Hacking Rural Medicine

The winning team came up with the "We Care You Count" project.

Photo provided

A team of entrepreneurs who created a real-time patient satisfaction survey for rural hospitals, using game technology and geodata, won the nation’s first Hacking Rural Medicine event.

Held last weekend at the University of Montana, the two-day competition allowed teams to present their ideas for developing new tools or products to help solve a particular problem experienced by medical facilities or professionals who serve rural areas.

There were nine teams competing before judges from the medical field.

The winning project was called “We Care, You Count,” and it was developed by a team from Missoula-based Geodata Services, iVantage Health Analytics, Allevant Solutions, Health Management Associates and Livingston Health Care.

The team developed a conceptual prototype of a real-time point-of-service customer satisfaction data collection platform. The platform is designed to bring hospitals into the 21st century customer feedback loop and address the change from volume-based services to values-based services.

“It was designed because rural hospitals participate in (customer satisfaction surveys), but because the population is so low, they are not usually statistically significant,” said event organizer Monica Bourgeau of the Frontier Medicine Better Health Partnership. “It is a lot of work to do for them, but they don’t show results because not enough people respond. This addresses that and gives real-time feedback to help them improve performance.”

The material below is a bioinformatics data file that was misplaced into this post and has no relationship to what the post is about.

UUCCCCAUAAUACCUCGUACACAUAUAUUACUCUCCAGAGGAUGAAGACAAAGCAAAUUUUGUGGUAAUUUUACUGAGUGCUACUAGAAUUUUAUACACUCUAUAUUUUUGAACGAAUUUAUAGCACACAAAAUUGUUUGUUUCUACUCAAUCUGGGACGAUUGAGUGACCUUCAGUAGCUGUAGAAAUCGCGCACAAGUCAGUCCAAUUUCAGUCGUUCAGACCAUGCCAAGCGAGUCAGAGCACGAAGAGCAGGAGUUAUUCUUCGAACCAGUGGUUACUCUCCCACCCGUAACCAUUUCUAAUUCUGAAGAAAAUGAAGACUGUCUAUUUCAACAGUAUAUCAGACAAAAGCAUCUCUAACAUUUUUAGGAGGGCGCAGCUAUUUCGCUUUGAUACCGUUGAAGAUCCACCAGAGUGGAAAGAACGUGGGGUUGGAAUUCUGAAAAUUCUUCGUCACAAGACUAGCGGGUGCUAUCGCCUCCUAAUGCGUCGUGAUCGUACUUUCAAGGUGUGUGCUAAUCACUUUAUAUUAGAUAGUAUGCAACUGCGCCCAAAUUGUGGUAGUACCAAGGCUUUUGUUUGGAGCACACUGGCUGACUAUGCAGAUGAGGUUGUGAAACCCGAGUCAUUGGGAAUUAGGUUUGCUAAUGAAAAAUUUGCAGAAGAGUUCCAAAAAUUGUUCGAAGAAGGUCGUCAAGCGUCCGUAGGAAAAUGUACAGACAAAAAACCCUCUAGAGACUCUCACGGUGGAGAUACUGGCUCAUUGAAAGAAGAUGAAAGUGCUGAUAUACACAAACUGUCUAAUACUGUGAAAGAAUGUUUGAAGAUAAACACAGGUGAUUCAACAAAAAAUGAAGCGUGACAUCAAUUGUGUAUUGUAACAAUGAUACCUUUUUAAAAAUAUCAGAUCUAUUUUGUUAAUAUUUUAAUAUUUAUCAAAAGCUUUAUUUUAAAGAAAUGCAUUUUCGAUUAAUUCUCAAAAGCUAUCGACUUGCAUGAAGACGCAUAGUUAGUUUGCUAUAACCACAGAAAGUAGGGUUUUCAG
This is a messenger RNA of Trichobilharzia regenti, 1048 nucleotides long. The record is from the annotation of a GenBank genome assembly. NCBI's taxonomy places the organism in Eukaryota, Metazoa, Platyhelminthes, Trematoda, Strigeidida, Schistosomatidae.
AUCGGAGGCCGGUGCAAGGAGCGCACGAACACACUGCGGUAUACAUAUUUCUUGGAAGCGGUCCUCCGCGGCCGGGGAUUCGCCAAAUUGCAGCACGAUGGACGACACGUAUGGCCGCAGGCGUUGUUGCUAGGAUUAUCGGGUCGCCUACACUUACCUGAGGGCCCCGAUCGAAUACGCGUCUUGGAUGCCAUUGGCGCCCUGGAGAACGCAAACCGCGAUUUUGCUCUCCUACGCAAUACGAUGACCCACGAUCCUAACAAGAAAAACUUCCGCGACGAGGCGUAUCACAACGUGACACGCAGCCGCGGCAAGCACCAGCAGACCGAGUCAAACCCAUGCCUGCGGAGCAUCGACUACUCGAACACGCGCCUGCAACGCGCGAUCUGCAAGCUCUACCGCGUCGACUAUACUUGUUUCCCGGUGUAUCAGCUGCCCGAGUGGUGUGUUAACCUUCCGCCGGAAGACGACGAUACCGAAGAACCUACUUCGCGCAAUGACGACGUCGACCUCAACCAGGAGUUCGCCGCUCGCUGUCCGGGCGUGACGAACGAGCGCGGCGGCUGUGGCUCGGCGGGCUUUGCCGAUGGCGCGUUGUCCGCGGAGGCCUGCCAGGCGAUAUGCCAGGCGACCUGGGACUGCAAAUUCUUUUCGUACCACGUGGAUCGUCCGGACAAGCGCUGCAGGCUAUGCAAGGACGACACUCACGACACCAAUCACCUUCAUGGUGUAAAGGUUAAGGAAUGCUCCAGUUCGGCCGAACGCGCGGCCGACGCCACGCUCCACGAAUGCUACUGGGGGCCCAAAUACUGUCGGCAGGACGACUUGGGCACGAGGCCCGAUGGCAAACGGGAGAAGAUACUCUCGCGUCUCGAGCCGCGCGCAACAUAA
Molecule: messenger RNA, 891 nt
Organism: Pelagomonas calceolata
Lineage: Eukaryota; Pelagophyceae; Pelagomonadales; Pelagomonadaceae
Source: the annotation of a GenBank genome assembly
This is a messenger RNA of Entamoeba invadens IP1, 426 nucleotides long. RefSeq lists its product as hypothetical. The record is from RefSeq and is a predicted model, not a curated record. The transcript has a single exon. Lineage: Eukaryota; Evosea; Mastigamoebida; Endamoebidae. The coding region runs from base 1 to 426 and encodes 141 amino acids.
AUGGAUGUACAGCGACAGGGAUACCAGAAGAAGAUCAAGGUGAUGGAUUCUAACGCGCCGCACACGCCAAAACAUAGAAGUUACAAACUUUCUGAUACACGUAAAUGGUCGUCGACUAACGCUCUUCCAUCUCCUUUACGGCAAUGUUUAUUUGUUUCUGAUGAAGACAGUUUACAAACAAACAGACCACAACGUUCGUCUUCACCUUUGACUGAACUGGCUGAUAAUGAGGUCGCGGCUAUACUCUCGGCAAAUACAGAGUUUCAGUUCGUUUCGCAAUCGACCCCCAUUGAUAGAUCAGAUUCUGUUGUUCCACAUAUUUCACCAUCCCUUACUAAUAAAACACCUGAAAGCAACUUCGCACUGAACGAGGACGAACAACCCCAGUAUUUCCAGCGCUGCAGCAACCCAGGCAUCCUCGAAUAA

The winning team received a check for $750, and Bourgeau said they were approached by investors interested in developing the project.

The second-place project was called "Smooth Moves," and is a process and a tool set to allow care providers to follow up with patients after they are discharged.

The crowd favorite award went to "Primary Care Montana," a project that is designed to help rural hospitals better market themselves to recruit desperately needed physicians.

Bourgeau said all nine projects are things that could really transform rural medicine.

“They were all very worthwhile,” she said. “It was exciting. More than 115 people were there from 15 different states. We had three groups call from Oklahoma, Colorado and Kentucky to say they wanted to schedule a rural hackathon in their community. People were excited and want to take the concept further.”

The event, sponsored by Frontier Medicine, the Massachusetts Institute of Technology and the Blackstone LaunchPad, even drew a faculty member from the prestigious Mayo Clinic in Minnesota.

“It was better than we had hoped,” Bourgeau said. “People really are connecting and moving forward with projects that are going to live past the weekend. It really was very cool.”

For more information, visit facebook.com/hackingruralmedicine.

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